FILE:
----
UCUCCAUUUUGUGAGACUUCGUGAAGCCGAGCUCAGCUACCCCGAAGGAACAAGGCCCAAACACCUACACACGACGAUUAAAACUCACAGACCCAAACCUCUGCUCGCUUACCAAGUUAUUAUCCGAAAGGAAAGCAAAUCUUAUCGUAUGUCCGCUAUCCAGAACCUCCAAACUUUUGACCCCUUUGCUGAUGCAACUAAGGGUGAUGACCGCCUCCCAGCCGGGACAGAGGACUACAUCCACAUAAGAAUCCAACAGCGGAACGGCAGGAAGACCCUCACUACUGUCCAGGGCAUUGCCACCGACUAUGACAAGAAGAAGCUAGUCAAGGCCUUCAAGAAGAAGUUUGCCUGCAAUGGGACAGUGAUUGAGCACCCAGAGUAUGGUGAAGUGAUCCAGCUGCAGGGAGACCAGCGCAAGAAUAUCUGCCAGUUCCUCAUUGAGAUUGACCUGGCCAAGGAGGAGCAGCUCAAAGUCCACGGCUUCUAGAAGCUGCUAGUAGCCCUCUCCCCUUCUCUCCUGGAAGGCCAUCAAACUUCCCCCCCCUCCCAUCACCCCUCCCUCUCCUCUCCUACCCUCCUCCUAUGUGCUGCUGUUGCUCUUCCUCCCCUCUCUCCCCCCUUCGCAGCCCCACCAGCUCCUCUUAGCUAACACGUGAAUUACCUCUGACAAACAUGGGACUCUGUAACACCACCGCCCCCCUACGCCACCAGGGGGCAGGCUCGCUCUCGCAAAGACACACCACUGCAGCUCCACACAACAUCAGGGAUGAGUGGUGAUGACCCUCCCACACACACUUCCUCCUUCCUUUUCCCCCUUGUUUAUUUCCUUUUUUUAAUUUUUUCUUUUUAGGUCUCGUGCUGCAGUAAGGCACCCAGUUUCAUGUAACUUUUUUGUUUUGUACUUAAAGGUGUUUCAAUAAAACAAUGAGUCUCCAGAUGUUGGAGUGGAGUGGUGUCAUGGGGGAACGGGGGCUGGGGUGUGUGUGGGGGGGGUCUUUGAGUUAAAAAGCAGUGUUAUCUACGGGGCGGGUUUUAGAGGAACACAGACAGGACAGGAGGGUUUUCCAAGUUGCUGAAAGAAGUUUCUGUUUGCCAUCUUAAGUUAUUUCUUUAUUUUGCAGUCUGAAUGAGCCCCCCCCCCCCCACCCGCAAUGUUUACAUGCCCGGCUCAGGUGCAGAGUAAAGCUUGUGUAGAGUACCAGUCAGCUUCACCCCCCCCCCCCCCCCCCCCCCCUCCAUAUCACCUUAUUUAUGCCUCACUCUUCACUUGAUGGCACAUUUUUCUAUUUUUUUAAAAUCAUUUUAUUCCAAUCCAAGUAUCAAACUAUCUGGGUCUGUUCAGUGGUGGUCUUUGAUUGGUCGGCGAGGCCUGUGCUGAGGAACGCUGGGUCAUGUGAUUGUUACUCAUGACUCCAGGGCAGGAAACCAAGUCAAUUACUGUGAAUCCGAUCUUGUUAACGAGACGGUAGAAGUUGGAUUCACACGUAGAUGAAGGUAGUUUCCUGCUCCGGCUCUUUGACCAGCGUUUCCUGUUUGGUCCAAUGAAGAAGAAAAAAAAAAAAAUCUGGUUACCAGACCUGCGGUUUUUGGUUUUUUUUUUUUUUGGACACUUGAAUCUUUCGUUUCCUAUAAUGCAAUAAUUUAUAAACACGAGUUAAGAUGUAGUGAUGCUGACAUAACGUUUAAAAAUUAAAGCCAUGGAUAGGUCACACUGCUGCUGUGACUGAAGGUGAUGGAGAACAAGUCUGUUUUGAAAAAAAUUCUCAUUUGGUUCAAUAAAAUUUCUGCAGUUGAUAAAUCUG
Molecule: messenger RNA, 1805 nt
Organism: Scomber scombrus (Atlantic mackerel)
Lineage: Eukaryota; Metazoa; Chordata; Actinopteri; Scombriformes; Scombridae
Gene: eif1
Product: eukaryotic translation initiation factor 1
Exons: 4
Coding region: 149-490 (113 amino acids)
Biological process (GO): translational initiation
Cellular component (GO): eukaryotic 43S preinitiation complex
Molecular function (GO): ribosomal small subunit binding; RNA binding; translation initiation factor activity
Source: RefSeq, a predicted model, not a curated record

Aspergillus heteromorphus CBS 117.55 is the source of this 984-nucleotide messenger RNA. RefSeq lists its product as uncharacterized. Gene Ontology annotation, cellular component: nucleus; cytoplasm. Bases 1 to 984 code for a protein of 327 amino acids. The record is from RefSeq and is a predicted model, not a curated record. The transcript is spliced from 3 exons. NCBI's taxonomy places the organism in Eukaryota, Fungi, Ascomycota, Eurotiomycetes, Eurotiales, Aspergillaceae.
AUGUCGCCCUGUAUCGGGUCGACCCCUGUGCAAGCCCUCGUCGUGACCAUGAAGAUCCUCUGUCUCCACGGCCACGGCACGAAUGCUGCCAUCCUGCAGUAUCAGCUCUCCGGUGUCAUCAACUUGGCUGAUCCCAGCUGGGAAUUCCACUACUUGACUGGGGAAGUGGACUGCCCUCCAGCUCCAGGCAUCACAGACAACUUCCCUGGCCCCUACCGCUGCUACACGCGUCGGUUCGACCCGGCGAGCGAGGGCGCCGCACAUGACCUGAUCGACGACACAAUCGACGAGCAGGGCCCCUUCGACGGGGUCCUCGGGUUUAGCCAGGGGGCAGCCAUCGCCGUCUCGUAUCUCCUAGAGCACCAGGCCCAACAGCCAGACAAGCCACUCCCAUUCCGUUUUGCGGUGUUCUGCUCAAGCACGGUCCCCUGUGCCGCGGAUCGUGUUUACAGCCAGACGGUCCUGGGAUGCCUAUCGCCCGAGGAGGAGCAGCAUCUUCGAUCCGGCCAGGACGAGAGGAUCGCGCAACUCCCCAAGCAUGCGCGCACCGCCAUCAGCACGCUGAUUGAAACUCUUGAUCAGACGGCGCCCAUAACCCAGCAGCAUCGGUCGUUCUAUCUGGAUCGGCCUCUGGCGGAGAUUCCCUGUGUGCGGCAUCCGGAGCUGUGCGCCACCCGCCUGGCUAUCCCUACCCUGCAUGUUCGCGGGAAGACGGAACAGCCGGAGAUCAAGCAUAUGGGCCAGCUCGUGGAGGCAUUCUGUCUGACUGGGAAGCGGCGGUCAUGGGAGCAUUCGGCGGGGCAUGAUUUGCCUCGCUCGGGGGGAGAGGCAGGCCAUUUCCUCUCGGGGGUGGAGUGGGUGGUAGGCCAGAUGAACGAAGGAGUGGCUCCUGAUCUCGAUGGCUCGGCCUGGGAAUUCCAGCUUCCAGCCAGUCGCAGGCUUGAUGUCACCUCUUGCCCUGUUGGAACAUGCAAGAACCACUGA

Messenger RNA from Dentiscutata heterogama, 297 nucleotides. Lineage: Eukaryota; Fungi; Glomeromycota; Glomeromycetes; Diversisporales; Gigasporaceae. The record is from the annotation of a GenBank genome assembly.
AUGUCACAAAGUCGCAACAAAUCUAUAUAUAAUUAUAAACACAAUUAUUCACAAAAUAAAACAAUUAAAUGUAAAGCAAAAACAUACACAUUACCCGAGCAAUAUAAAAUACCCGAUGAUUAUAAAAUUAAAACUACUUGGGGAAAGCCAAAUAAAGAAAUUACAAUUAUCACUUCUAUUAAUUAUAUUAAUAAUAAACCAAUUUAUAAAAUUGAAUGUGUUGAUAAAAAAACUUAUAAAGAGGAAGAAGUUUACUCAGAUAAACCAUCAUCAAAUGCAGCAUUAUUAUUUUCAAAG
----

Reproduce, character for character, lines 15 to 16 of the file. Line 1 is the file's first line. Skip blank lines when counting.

Messenger RNA from Dentiscutata heterogama, 297 nucleotides. Lineage: Eukaryota; Fungi; Glomeromycota; Glomeromycetes; Diversisporales; Gigasporaceae. The record is from the annotation of a GenBank genome assembly.
AUGUCACAAAGUCGCAACAAAUCUAUAUAUAAUUAUAAACACAAUUAUUCACAAAAUAAAACAAUUAAAUGUAAAGCAAAAACAUACACAUUACCCGAGCAAUAUAAAAUACCCGAUGAUUAUAAAAUUAAAACUACUUGGGGAAAGCCAAAUAAAGAAAUUACAAUUAUCACUUCUAUUAAUUAUAUUAAUAAUAAACCAAUUUAUAAAAUUGAAUGUGUUGAUAAAAAAACUUAUAAAGAGGAAGAAGUUUACUCAGAUAAACCAUCAUCAAAUGCAGCAUUAUUAUUUUCAAAG